0 person found this review helpful

    0 people found this review helpful

    0 of 0 people found this review helpful

  • Powerful, Moving Story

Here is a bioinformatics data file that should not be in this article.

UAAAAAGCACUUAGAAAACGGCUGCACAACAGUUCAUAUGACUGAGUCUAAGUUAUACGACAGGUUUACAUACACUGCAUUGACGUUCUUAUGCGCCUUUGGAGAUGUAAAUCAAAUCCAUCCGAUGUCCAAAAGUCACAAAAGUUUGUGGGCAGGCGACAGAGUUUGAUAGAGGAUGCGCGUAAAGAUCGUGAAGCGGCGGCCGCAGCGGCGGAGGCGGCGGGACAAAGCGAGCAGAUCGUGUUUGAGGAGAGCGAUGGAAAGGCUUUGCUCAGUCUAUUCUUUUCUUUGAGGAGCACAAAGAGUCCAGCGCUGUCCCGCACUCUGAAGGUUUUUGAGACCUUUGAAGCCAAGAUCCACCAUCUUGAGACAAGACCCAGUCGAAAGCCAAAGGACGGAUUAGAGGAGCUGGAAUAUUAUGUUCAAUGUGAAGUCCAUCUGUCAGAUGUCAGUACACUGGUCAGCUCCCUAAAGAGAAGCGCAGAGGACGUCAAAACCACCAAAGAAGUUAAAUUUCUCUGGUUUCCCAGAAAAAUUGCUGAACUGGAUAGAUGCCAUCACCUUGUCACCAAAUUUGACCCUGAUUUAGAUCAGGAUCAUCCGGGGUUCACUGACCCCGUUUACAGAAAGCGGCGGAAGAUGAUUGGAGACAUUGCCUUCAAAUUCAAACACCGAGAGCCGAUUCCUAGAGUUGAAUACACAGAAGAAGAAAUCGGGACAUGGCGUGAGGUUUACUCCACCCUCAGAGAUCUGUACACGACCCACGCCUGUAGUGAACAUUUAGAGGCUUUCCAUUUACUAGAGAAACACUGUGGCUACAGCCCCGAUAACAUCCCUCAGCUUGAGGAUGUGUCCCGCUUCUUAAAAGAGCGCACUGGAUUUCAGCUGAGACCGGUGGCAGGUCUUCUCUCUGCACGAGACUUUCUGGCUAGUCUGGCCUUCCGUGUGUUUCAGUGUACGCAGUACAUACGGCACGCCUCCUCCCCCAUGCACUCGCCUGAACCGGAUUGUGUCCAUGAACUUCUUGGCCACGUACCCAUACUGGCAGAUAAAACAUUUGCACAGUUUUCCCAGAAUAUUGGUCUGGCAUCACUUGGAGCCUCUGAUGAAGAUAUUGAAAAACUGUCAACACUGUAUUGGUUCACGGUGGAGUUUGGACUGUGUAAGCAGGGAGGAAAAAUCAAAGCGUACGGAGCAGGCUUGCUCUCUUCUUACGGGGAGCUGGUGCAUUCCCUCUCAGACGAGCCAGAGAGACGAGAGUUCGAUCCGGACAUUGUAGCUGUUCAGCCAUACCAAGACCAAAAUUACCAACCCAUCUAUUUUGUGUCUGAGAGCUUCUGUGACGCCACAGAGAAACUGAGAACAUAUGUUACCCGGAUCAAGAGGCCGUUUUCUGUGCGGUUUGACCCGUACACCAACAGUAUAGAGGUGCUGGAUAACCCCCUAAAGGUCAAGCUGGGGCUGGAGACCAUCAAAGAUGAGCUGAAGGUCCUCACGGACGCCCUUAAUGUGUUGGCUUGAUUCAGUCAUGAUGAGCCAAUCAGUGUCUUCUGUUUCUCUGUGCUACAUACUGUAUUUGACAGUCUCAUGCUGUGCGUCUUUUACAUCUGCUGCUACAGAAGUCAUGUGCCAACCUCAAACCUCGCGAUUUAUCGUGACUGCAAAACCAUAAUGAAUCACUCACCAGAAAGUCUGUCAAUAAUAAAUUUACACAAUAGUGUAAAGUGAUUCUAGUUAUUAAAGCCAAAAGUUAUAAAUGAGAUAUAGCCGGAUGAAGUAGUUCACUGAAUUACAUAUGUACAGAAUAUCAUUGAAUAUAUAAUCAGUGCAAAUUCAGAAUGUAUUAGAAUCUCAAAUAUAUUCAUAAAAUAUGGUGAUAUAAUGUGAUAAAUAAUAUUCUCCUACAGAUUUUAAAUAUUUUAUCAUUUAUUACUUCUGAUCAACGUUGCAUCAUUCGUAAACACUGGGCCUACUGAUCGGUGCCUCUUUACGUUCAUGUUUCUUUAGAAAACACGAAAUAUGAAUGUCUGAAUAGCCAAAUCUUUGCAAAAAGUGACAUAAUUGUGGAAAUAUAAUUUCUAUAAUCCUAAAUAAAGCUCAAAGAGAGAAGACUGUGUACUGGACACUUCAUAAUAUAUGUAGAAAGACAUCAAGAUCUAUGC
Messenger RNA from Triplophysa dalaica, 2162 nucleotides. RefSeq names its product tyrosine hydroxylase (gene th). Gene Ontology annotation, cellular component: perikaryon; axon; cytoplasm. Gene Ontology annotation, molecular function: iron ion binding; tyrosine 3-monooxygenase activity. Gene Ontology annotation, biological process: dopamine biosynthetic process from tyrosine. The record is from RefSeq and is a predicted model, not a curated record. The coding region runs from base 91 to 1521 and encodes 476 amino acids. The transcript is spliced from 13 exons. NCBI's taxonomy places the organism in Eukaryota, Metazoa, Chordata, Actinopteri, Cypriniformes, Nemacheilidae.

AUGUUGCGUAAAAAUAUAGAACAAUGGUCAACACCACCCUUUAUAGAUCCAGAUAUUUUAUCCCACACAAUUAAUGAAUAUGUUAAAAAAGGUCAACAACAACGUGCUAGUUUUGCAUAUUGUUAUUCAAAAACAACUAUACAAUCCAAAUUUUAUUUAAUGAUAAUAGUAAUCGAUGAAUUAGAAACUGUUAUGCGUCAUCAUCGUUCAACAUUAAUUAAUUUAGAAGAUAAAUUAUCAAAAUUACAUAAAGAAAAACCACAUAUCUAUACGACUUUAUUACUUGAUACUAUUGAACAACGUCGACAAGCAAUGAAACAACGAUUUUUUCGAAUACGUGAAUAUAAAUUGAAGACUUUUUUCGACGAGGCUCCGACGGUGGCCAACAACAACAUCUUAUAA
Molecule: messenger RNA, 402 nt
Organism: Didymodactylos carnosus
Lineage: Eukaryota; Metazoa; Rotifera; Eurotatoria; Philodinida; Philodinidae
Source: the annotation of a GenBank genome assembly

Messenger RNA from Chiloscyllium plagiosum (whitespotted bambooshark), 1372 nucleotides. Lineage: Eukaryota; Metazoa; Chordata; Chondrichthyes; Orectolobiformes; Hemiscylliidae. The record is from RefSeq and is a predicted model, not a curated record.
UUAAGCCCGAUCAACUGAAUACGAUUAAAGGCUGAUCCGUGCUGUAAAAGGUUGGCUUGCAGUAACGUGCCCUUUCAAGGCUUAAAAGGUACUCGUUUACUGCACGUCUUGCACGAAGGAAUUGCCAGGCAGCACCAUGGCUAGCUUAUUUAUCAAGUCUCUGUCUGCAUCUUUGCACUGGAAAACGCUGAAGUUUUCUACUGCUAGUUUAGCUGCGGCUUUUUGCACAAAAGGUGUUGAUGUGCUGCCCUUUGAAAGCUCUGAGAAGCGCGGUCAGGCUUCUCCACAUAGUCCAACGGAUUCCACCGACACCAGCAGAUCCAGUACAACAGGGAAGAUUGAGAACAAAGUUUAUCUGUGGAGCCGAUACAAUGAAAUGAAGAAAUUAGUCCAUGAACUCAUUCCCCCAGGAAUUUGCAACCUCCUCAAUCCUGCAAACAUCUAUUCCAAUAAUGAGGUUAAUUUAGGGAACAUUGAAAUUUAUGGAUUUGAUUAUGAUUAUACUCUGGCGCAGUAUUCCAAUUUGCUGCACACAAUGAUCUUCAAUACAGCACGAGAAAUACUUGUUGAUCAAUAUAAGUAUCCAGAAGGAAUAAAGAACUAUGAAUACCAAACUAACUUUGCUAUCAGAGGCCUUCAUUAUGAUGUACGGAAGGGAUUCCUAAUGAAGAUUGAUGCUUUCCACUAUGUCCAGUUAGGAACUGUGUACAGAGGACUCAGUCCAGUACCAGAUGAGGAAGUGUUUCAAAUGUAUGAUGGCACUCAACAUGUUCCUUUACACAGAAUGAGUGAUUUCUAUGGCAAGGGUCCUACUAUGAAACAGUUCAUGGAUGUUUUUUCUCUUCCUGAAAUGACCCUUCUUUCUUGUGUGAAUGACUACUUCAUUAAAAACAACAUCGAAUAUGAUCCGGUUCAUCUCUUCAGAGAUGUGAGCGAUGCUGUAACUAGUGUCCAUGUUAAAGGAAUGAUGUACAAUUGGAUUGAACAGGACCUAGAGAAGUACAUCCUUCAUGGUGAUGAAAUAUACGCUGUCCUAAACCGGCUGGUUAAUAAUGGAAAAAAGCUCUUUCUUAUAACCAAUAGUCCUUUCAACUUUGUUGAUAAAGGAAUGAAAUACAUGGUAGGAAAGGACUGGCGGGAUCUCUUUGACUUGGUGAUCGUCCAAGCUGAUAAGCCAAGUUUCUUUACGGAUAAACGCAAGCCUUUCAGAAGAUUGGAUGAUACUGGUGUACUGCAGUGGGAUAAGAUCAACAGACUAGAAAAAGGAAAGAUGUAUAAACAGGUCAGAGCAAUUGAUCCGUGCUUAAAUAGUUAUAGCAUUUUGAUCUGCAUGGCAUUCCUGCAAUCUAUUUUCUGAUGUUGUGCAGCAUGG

Arden wasn’t supposed to be chosen for the Institute. She’s spent years as a glorified servant at the home of her benefactor, under the ever-present eyes and hands of his abusive son. At first she thinks her acceptance is a joke, but the men who usher her from her small coastside town in the dark of night are serious: Arden has a place at Nordania’s renowned National Women’s Institute. There, Arden will study with the other chosen young women, receive an elite education, and gain the perfect political placement for her future. Or so she's been told. With every day, it becomes clearer that the Institute isn’t the safe haven Arden had hoped it would be. Her benefactor’s claim over her person is the one thing she can’t escape from -- no matter what she does or who tries to save her, she’s in more danger than ever. What’s the point in hoping for a better future when she might not be around to witness it? My very first impression of this story is a better-written, more political The Selection -- all good things, I have to clarify. There’s a similar structure in that a girl is chosen, seemingly at random, from a group of many applicants to participate in a competition for the best marriage match in the nation. That being said, I consider But for the Mountains to be by far the stronger of the two books. There’s more focus on the politics of Nordania, and the education Arden gains, less attention paid to the romance -- and the quality of writing is at a much higher level, and assumes a certain level of maturity and intelligence in its audience. I was drawn right into this read! The writing is beautiful, crafting the world of the story with gorgeous ease. The worldbuilding is intriguing if a bit limited; Arden is cooped up in the Institute and our only glimpses of the outside world are quite brief. There is a great deal of the story that deals with abuse, the triggers that violence can create, and how trauma lives with you long after the fact. PTSD is no joke and this book gives it the gravity it deserves. Arden’s whole life is informed by her experiences and we see that with every choice she makes. It’s striking, and haunting. And not a tale for the faint of heart or for those who may be triggered themselves. While not overtly graphic, it is devastating. My biggest complaint would be the utterly unnecessary love triangle, which not only could have been developed much further, but could have been excluded entirely. I was not expecting an ending with things left wide open, I thought this was a standalone, but I am not complaining. I’m very curious to see where Arden’s journey takes her. I hope she finds peace at the end of the road. But for the Mountains is a very real, relatable depiction of trauma and its triggers and how it can affect each and every decision you make day by day. I recommend for readers that look for stories that move them, and that don’t mind reading about the darkness before the light. Trigger warning: sexual assault/abuse, violence, physical abuse, mentions of suicide and depression/self-harm, PTSD/panic attacks, alcoholism, bullying.